At this point, I’ve written over 4,000 words in the past week alone on the 50th anniversary of the East LA Blowouts, the iconic protests in which thousands of Chicano students walked out of their schools to speak out against education inequity. I tackled the subject in my weekly Los Angeles Times column, arguing that #neveragain activists can learn from their peers of 50 years ago. I mapped out locations across Los Angeles that proved crucial to the development and execution of the rallies. I talked about the Jewish youth camp in Malibu where generations of Chicano activists learned leadership skills, and where high school teacher Sal Castro first broached the subject of huelga with students who went on to lead the blowouts. And, in perhaps the unlikeliest yet most-Gustavo article I’ve ever written, I examined the hidden foodways of the rallies—no, seriously.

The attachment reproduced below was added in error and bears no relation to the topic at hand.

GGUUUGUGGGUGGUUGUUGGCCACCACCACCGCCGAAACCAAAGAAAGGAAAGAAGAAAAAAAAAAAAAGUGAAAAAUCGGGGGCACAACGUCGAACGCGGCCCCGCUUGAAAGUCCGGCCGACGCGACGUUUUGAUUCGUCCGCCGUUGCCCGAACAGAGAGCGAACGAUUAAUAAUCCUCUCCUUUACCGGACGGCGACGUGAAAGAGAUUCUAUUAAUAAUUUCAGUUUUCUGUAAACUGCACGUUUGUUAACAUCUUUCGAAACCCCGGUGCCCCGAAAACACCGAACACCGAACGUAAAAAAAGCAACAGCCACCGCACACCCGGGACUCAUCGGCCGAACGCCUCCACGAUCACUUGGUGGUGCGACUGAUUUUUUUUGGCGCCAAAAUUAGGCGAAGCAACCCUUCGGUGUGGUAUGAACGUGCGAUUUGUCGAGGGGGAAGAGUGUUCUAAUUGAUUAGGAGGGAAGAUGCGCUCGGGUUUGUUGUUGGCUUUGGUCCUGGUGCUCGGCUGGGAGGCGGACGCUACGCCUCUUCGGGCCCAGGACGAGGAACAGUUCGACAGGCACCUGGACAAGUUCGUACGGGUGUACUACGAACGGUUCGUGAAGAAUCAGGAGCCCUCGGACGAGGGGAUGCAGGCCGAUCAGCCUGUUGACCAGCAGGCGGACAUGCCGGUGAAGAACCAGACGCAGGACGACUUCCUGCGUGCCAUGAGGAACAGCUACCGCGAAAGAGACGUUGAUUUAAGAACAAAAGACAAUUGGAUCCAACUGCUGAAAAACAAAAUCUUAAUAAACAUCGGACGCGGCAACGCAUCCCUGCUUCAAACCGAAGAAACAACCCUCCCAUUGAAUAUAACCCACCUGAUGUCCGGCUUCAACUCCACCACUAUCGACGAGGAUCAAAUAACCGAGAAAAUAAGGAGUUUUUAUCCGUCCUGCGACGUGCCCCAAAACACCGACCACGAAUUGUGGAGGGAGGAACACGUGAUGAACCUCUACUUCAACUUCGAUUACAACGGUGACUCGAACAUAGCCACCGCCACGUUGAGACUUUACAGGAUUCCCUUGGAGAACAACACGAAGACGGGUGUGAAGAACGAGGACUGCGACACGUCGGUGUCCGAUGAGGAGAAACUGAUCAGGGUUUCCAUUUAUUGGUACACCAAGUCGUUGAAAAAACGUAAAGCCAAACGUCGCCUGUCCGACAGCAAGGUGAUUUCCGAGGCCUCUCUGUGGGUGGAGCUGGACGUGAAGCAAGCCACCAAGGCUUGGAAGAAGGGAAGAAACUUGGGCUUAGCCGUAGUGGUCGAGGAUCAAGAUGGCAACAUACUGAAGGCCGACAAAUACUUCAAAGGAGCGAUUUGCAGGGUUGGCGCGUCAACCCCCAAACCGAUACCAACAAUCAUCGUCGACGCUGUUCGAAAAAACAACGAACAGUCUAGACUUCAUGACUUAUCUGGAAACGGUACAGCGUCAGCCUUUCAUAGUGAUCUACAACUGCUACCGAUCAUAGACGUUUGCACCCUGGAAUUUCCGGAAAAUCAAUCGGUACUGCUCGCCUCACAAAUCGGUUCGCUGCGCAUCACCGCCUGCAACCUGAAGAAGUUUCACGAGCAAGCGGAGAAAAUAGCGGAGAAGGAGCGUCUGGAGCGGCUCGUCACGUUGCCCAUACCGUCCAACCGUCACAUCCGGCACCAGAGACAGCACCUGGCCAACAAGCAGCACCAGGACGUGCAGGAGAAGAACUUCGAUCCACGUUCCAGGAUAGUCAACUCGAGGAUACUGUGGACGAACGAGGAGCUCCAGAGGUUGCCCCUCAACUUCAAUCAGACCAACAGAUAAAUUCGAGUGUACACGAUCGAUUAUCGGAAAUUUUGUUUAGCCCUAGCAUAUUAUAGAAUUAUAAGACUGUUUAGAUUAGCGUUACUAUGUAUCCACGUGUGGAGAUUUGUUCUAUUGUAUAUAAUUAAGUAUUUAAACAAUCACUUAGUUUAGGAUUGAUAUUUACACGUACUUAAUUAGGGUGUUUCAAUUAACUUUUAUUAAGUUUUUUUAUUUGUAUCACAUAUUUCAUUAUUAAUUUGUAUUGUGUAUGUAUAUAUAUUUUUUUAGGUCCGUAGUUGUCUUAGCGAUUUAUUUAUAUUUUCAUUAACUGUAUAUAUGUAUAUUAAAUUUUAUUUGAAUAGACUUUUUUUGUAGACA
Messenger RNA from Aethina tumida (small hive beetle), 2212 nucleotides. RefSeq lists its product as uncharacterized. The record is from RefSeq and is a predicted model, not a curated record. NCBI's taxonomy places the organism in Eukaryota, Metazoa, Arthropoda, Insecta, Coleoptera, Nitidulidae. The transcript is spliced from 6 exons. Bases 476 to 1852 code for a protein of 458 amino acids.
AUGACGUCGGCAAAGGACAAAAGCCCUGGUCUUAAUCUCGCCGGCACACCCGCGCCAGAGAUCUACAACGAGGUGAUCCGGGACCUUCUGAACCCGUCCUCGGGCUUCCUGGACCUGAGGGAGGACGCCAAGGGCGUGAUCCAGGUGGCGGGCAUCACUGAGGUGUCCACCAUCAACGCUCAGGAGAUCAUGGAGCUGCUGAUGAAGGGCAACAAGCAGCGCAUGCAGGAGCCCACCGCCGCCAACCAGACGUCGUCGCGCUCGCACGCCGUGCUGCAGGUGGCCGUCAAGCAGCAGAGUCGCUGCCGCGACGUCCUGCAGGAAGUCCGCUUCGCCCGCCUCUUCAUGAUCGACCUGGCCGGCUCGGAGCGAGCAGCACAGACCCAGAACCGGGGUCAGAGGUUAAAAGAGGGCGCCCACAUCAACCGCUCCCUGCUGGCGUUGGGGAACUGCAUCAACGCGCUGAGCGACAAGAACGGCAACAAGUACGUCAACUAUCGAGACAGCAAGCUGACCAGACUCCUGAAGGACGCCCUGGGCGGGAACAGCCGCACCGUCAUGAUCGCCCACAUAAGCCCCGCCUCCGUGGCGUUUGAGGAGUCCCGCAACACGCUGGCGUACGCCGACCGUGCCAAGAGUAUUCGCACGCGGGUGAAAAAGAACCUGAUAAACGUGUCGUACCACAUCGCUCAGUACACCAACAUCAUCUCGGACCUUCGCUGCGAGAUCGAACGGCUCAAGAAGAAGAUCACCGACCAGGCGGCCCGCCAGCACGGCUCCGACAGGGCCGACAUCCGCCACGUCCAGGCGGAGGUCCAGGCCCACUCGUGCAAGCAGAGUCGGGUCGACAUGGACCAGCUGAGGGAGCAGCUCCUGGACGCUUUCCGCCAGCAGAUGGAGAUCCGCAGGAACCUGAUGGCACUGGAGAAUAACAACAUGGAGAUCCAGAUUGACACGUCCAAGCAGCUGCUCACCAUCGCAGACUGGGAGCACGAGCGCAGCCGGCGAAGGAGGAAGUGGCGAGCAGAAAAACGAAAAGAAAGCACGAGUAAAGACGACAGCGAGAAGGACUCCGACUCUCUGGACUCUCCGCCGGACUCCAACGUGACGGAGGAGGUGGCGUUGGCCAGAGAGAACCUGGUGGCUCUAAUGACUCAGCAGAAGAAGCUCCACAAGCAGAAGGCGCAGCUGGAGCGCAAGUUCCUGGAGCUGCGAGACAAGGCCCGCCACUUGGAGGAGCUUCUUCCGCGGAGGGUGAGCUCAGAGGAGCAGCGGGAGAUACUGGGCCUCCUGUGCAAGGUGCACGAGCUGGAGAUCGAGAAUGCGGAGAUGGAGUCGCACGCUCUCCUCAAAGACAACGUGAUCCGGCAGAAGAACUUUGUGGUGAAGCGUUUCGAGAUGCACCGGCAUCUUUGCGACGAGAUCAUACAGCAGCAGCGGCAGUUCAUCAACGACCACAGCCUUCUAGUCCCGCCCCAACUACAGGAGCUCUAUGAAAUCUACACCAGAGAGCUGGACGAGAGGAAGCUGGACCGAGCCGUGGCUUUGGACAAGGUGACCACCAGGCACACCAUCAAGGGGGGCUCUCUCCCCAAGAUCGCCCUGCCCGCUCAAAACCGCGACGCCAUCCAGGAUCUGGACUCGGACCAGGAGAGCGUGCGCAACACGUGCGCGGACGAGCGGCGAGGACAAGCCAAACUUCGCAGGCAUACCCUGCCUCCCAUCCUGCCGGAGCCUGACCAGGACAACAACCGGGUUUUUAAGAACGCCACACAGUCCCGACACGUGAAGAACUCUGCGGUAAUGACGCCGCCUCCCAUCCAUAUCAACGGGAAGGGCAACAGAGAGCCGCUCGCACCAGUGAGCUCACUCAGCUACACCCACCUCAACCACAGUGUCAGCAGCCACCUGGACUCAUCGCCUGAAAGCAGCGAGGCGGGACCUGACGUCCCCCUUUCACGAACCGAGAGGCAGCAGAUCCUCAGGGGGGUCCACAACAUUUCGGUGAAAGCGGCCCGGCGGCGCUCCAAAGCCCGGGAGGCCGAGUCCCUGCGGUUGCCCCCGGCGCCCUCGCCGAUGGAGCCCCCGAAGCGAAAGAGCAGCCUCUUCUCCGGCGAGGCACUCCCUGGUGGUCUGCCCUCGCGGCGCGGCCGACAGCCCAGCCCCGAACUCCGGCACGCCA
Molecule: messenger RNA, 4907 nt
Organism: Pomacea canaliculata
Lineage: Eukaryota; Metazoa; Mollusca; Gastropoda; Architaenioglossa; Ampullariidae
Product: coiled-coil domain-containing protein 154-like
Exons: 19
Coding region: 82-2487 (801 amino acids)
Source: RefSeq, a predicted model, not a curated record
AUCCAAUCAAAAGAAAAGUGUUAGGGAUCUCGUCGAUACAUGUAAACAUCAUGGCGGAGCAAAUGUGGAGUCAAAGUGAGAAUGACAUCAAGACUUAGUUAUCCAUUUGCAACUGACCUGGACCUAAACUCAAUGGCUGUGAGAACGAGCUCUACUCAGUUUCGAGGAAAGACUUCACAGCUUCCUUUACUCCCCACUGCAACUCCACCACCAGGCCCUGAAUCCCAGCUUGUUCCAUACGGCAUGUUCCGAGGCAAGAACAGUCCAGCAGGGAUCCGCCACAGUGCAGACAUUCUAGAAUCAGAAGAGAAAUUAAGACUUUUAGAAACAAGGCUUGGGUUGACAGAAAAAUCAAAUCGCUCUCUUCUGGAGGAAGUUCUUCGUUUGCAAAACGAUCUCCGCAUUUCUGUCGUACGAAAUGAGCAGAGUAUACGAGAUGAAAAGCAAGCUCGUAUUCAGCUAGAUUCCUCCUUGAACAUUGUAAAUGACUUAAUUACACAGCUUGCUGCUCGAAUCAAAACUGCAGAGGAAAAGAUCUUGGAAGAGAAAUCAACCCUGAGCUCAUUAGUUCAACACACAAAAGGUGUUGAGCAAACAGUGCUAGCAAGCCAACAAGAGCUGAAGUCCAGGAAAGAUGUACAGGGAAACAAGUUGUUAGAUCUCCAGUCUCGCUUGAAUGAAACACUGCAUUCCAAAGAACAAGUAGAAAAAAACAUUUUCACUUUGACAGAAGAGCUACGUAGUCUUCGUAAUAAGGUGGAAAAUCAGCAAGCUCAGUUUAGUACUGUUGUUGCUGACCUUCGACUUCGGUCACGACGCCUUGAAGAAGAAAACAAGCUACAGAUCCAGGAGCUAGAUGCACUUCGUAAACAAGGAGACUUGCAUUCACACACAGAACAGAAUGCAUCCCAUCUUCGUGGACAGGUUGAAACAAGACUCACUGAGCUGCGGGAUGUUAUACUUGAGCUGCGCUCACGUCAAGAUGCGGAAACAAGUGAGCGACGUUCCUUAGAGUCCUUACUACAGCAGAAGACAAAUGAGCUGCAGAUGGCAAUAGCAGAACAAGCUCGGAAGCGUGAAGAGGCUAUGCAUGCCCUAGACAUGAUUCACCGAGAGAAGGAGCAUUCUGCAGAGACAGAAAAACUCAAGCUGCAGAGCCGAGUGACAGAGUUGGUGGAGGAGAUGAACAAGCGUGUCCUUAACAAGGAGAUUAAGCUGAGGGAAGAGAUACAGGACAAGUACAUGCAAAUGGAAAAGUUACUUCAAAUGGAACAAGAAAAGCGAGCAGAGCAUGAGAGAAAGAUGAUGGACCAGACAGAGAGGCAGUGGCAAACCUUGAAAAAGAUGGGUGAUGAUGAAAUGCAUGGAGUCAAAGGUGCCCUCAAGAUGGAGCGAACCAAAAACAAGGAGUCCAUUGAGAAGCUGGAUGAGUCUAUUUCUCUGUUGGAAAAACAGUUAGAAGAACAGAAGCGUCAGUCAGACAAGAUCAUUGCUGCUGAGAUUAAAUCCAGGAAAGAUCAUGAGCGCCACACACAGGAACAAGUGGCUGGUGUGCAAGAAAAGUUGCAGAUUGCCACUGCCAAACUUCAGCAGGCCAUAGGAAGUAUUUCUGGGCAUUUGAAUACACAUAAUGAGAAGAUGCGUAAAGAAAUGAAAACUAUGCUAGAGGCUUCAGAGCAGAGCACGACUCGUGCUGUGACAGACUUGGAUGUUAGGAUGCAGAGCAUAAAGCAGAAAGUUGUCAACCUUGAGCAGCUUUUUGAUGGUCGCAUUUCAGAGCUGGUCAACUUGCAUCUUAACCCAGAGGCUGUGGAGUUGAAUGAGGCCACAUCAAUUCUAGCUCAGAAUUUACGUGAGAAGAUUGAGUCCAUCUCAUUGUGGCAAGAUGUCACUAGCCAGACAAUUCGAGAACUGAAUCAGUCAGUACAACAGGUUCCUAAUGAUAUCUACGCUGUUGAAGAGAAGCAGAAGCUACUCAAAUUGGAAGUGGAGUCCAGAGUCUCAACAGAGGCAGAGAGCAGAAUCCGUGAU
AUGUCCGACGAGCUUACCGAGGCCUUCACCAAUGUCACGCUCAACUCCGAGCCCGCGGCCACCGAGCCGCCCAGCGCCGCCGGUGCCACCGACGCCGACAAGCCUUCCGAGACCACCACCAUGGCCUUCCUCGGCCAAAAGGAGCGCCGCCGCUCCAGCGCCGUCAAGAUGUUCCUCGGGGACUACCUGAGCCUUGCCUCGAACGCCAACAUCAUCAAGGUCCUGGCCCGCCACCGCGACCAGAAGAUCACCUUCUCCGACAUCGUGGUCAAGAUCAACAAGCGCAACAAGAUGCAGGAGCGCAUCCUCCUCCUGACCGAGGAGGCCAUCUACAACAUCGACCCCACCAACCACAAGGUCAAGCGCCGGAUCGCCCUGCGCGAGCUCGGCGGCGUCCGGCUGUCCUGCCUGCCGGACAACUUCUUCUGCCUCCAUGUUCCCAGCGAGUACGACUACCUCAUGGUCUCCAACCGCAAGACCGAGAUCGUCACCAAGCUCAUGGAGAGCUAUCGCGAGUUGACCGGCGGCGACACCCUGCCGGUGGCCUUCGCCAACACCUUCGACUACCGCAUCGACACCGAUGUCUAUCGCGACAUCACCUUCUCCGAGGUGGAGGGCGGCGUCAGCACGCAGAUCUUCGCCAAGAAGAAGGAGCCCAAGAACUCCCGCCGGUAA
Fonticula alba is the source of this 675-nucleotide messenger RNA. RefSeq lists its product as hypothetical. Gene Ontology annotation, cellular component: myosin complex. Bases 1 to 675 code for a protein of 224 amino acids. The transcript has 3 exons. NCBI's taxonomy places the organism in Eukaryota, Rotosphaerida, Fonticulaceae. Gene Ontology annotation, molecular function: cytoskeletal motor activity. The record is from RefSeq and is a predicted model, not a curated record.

Many others have chimed in with their thoughts, as well—this LA Times overview is particularly awesome. So what else could I possibly add to this topic? Un chingo, and especially as it pertains to our comunidad (I’ll use that term instead of overarching labels lest I get emails haha).
Many of the articles have tried to explain the Blowouts to people, but what I want to focus on here is the lessons our comunidad —specifically us, and not any other groups, although they’re more than welcome to learn alongside us— need to take from the Blowouts.
I honestly can’t remember when I first learned about them. I know it wasn’t in high school, because our administrators and teachers didn’t teach us ethnic-studies anything while I attended Anaheim High in the mid-1990s (I committed the classic Mexican-American sin of mistaking labor legend César Chávez with boxing legend Julio César Chávez many, many times). I knew nothing about them in community college, or at Chapman University. I think I must’ve learned about the Blowouts at UCLA, while I worked on getting a master’s degree in Latin American Studies.